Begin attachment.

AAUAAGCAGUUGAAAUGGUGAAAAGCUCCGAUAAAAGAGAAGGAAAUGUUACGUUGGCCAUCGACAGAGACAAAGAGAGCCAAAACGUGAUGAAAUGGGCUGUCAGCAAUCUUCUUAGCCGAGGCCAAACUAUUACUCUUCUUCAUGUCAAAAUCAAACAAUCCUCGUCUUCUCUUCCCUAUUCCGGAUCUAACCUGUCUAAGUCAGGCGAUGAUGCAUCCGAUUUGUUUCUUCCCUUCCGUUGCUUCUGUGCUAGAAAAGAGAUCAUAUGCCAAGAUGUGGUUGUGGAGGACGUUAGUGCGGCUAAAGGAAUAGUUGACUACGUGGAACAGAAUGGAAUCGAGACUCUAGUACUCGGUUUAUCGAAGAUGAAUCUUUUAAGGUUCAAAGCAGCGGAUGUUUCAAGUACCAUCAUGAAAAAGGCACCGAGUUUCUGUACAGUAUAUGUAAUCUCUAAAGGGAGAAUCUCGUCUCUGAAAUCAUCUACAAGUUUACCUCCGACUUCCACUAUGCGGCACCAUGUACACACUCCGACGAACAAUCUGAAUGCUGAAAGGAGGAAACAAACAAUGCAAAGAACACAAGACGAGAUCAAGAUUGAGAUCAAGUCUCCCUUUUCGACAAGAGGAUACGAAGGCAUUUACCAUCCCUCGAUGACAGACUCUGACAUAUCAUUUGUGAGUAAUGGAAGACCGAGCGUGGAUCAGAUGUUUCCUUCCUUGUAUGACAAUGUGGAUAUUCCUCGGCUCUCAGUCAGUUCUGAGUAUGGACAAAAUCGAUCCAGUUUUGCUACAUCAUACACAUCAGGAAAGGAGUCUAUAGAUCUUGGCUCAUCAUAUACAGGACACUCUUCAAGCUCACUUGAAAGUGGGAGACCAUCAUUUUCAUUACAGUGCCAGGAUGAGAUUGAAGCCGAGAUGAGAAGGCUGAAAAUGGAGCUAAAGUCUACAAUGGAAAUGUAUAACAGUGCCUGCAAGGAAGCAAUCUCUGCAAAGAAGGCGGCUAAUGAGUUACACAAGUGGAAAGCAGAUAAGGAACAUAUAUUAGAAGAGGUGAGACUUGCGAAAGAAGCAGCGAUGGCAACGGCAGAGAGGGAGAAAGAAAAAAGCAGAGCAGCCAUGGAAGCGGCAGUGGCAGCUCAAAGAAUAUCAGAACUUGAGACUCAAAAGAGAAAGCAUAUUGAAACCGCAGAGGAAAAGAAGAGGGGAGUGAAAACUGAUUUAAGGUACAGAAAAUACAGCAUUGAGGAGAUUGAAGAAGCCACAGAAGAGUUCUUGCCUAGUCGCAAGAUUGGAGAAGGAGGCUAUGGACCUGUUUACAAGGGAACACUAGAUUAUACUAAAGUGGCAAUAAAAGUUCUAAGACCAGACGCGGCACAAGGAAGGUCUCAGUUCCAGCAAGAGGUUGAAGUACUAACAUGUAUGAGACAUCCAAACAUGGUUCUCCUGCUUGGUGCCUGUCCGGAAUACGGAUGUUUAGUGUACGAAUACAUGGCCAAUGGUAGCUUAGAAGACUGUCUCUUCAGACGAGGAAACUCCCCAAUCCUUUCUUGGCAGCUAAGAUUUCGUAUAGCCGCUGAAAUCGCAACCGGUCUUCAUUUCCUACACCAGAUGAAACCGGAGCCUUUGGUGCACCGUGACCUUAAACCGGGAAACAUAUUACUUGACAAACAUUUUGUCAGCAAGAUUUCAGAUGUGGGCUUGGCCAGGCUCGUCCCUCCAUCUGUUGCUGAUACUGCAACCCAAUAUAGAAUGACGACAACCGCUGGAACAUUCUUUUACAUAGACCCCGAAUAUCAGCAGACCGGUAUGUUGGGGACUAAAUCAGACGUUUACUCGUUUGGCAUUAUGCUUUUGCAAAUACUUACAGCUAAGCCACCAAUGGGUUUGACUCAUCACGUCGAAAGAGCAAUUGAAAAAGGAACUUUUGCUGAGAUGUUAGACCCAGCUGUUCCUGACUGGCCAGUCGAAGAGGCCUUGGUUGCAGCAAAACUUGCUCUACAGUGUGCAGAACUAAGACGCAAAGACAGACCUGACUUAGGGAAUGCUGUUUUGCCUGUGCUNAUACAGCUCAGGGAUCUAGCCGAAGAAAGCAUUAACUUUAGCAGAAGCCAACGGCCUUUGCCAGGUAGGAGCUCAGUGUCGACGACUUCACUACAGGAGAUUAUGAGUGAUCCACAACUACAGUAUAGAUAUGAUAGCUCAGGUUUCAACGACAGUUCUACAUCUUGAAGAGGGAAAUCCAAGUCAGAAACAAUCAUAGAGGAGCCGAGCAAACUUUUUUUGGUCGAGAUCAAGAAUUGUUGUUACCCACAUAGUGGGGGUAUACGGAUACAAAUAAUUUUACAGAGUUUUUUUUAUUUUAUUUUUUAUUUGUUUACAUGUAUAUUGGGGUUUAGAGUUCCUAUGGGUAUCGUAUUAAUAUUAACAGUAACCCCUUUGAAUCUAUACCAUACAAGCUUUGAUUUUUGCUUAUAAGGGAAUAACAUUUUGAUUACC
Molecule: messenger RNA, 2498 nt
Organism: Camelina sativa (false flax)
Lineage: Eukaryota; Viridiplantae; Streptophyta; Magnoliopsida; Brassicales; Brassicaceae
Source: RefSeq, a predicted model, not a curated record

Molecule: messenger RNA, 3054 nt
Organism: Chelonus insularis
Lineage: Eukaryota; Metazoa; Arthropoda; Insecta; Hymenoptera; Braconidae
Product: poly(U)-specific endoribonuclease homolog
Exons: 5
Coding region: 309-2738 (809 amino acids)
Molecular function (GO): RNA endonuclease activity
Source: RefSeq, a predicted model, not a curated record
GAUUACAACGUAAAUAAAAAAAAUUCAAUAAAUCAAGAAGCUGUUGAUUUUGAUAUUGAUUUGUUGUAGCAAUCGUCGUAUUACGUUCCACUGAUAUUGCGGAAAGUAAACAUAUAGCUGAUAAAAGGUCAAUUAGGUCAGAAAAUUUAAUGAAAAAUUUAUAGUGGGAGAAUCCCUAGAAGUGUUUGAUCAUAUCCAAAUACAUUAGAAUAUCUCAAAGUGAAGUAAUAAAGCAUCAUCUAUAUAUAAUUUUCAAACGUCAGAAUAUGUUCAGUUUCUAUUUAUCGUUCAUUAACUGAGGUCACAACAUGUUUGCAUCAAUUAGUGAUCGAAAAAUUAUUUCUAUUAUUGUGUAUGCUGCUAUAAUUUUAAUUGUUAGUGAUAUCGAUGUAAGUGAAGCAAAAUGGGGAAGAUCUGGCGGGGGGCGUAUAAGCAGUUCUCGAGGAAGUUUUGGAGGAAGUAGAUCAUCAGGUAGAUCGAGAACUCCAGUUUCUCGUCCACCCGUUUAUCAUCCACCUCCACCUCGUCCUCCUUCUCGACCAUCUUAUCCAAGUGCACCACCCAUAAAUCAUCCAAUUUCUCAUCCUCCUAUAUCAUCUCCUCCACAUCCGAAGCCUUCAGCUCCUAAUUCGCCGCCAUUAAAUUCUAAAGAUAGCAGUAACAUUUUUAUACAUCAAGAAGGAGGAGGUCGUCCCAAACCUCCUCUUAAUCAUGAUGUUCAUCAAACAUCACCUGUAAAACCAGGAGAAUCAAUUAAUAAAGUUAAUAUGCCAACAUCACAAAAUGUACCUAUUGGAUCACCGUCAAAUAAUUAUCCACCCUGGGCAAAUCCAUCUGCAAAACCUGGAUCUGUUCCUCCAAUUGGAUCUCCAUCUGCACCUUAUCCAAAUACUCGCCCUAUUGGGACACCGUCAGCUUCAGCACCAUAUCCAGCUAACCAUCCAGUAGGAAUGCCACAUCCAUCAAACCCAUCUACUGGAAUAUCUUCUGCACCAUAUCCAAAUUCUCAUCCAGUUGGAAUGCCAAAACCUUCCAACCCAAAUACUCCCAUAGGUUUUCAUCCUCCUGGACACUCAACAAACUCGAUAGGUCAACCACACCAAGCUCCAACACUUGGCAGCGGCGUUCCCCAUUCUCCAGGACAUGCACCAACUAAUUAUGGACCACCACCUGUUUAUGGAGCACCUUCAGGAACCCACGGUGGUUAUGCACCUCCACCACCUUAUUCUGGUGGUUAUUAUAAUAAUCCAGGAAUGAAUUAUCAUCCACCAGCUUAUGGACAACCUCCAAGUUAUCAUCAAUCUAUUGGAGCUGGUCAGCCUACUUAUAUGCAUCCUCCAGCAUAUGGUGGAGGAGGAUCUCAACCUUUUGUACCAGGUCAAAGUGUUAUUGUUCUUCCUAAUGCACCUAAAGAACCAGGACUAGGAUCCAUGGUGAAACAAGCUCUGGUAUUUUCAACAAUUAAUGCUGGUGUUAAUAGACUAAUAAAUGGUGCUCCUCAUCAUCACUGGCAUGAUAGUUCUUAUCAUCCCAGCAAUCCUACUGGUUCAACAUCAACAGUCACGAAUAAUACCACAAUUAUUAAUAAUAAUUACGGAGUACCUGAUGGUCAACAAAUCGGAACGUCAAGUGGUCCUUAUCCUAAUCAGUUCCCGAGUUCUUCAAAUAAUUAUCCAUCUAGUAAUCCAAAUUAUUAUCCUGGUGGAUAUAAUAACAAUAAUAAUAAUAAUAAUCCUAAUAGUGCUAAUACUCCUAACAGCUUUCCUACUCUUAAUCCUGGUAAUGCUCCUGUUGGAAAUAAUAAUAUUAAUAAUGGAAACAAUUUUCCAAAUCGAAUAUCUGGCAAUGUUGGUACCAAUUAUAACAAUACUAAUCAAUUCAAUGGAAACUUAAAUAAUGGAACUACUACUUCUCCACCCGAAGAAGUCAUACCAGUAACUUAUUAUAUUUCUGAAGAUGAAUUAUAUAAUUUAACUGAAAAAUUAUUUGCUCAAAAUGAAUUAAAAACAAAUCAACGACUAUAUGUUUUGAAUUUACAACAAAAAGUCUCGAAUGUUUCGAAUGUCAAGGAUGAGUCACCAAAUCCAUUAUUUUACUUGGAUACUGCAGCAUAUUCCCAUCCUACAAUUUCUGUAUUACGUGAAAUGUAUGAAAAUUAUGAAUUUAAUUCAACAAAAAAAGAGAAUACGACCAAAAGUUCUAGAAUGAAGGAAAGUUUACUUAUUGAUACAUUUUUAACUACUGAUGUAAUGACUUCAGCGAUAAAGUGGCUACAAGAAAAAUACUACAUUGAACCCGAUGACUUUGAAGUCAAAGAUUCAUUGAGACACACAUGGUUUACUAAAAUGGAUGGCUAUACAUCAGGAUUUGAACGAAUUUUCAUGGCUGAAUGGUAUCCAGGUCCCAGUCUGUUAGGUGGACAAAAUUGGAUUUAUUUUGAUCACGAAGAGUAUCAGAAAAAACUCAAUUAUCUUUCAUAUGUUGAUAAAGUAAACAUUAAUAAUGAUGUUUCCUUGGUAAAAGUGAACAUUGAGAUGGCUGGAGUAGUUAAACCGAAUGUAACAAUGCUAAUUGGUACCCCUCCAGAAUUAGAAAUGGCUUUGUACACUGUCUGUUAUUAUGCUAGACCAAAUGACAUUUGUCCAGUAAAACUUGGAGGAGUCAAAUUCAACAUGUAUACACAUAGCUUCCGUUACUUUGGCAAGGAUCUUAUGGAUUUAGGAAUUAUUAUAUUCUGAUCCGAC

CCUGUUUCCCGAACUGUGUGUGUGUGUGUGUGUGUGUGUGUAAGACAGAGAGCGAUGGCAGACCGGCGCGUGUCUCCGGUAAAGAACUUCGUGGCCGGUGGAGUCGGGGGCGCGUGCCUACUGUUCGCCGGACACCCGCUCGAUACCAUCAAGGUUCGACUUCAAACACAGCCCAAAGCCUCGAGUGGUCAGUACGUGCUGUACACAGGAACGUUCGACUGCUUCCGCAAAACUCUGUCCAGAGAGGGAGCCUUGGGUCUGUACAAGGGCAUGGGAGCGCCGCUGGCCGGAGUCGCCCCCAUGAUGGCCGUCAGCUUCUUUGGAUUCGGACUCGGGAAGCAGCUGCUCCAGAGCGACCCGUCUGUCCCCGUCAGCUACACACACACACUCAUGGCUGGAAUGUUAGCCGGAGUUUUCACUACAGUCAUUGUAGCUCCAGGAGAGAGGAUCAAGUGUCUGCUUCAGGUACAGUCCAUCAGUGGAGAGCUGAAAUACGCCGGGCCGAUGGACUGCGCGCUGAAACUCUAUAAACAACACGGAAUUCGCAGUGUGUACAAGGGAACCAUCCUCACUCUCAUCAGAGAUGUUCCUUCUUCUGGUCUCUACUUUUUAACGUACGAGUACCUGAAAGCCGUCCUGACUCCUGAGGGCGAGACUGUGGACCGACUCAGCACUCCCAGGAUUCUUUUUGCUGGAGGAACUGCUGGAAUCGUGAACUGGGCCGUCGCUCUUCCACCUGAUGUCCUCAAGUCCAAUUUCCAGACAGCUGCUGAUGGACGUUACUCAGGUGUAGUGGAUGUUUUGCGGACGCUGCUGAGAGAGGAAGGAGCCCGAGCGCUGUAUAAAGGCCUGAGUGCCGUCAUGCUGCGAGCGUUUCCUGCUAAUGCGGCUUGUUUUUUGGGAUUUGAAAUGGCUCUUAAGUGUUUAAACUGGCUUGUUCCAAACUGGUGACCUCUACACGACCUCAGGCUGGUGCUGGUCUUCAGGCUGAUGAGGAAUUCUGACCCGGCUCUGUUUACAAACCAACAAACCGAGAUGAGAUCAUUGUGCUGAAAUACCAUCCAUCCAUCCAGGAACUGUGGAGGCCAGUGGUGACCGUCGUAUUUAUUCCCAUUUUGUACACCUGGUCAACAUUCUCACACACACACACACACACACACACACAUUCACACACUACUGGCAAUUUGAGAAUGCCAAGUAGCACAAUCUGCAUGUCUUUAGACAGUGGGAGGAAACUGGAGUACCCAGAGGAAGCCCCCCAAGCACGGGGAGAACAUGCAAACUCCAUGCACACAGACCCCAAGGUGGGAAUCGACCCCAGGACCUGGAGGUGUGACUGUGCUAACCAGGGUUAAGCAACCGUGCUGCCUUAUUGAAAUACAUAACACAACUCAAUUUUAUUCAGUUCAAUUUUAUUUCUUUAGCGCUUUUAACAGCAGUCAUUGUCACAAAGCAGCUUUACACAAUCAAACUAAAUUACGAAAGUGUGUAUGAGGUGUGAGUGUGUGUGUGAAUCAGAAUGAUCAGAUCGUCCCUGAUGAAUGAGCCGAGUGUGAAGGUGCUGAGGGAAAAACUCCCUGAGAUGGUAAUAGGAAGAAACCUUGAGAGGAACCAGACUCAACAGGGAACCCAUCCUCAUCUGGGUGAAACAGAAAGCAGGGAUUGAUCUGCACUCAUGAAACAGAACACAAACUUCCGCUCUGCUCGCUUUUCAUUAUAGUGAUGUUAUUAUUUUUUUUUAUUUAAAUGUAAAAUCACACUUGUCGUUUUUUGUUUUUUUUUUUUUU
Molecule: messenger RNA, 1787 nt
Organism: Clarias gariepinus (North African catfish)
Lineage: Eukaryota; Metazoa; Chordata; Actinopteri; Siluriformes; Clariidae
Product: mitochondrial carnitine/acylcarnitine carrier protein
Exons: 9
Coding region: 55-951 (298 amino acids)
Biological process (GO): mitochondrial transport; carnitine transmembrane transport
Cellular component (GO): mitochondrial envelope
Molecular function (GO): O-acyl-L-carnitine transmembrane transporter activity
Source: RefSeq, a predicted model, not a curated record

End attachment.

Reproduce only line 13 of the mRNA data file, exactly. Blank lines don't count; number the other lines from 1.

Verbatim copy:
Source: RefSeq, a predicted model, not a curated record